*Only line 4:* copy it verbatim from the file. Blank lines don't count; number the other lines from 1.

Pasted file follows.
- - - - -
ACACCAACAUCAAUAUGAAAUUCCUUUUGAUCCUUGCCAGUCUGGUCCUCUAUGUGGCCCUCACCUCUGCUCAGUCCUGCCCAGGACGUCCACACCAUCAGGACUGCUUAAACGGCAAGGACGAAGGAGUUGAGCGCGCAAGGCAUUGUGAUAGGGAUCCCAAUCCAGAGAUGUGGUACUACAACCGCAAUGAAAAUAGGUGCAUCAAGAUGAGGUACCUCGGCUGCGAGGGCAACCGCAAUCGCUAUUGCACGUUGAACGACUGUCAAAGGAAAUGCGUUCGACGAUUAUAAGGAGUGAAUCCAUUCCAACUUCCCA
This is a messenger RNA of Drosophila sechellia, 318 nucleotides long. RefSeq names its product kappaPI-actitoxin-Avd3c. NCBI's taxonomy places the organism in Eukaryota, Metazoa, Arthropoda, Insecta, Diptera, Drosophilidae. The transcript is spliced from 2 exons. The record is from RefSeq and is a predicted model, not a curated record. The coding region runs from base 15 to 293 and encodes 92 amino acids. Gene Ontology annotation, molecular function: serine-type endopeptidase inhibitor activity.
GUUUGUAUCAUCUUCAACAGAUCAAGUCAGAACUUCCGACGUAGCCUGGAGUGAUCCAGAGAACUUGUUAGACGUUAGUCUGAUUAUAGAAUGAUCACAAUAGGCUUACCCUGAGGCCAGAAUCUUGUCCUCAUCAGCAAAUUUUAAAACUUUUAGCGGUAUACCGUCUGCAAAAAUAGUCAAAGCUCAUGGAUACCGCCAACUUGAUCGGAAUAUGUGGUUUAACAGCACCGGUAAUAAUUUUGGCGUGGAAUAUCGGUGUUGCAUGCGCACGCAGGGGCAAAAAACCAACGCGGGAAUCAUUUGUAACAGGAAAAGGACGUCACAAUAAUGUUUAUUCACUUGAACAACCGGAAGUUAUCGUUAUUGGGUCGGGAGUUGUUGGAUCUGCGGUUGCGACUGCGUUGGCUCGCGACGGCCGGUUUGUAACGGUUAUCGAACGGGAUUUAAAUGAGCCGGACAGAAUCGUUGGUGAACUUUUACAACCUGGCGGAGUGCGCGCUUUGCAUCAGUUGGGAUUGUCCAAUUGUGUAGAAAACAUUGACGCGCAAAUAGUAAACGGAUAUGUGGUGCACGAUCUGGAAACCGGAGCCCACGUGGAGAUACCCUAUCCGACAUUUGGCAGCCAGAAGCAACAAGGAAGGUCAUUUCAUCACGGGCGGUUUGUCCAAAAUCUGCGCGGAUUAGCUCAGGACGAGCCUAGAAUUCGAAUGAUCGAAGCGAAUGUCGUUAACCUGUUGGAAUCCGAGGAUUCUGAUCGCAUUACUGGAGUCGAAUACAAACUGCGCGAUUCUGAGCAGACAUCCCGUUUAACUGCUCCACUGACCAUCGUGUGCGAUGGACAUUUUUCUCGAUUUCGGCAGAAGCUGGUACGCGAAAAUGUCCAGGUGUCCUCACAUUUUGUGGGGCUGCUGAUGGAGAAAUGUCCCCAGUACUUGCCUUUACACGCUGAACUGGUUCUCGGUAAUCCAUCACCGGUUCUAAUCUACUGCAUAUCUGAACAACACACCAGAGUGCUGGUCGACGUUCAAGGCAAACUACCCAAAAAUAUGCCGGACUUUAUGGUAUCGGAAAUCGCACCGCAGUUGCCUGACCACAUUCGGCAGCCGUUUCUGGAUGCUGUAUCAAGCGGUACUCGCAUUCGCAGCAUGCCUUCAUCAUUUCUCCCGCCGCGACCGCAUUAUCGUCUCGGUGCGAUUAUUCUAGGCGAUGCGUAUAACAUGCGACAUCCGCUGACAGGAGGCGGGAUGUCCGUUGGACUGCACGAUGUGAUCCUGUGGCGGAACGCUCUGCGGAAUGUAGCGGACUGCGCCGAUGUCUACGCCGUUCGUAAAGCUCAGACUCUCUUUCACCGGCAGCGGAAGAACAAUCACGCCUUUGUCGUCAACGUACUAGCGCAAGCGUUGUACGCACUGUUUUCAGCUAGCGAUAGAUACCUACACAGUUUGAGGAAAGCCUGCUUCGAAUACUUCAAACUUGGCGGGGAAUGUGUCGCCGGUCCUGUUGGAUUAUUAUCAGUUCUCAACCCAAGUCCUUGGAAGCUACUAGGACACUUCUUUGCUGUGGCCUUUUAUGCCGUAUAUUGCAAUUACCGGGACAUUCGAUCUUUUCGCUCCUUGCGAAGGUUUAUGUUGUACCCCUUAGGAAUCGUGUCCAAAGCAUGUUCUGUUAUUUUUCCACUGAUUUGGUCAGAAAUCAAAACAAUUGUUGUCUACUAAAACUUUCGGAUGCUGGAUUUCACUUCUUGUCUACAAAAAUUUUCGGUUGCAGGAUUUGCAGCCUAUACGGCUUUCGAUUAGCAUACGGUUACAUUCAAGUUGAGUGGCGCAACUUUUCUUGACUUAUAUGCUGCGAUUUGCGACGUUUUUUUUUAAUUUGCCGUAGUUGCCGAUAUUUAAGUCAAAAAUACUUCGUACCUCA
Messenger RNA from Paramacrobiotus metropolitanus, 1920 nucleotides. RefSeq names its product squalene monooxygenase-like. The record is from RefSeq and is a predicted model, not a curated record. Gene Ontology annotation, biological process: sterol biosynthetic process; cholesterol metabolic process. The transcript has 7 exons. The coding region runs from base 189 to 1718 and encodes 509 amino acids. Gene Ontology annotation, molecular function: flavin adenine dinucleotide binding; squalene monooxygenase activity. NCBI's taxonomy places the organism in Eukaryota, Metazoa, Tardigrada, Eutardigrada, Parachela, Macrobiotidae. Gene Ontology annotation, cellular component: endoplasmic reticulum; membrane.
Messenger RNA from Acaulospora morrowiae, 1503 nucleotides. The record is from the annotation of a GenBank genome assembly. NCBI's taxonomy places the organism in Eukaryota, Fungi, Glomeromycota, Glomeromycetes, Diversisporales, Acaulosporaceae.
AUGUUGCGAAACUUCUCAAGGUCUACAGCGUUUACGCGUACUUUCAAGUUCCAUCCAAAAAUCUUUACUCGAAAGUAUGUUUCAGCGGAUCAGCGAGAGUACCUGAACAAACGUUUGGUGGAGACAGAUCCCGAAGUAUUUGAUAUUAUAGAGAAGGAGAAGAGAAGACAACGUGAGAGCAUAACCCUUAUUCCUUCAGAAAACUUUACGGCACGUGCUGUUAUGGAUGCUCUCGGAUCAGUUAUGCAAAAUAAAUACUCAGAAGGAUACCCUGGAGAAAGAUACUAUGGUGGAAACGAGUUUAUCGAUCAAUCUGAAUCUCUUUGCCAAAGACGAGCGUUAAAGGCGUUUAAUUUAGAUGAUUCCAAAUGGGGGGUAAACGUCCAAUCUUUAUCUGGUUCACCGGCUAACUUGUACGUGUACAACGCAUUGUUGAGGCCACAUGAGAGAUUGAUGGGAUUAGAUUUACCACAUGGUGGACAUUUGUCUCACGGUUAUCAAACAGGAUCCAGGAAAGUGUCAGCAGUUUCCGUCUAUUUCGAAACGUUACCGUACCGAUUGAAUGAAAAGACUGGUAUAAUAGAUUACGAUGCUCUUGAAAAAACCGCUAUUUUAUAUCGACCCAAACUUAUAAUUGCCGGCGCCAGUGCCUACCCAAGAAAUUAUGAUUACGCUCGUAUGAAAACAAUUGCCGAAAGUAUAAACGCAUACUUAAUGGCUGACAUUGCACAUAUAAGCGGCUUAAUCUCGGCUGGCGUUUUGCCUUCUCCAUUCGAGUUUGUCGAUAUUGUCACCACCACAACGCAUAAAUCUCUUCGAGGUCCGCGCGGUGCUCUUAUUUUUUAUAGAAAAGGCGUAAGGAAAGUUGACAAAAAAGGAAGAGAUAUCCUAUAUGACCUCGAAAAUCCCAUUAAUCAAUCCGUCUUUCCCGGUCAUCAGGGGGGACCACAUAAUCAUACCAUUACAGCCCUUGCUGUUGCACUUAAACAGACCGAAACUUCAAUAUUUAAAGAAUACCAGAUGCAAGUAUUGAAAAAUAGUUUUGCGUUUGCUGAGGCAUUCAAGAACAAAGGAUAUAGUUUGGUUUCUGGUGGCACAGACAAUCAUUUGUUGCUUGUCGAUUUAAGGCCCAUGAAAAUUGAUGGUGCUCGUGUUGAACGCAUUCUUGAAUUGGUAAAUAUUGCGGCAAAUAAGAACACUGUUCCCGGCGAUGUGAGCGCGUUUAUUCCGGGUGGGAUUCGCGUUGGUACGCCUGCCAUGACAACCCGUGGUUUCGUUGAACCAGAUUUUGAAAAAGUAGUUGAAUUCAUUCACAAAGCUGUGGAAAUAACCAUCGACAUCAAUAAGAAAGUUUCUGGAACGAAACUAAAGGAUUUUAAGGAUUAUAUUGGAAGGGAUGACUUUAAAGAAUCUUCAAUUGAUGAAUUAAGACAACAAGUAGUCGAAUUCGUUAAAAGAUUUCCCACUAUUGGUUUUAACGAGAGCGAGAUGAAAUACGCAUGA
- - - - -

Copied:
Messenger RNA from Paramacrobiotus metropolitanus, 1920 nucleotides. RefSeq names its product squalene monooxygenase-like. The record is from RefSeq and is a predicted model, not a curated record. Gene Ontology annotation, biological process: sterol biosynthetic process; cholesterol metabolic process. The transcript has 7 exons. The coding region runs from base 189 to 1718 and encodes 509 amino acids. Gene Ontology annotation, molecular function: flavin adenine dinucleotide binding; squalene monooxygenase activity. NCBI's taxonomy places the organism in Eukaryota, Metazoa, Tardigrada, Eutardigrada, Parachela, Macrobiotidae. Gene Ontology annotation, cellular component: endoplasmic reticulum; membrane.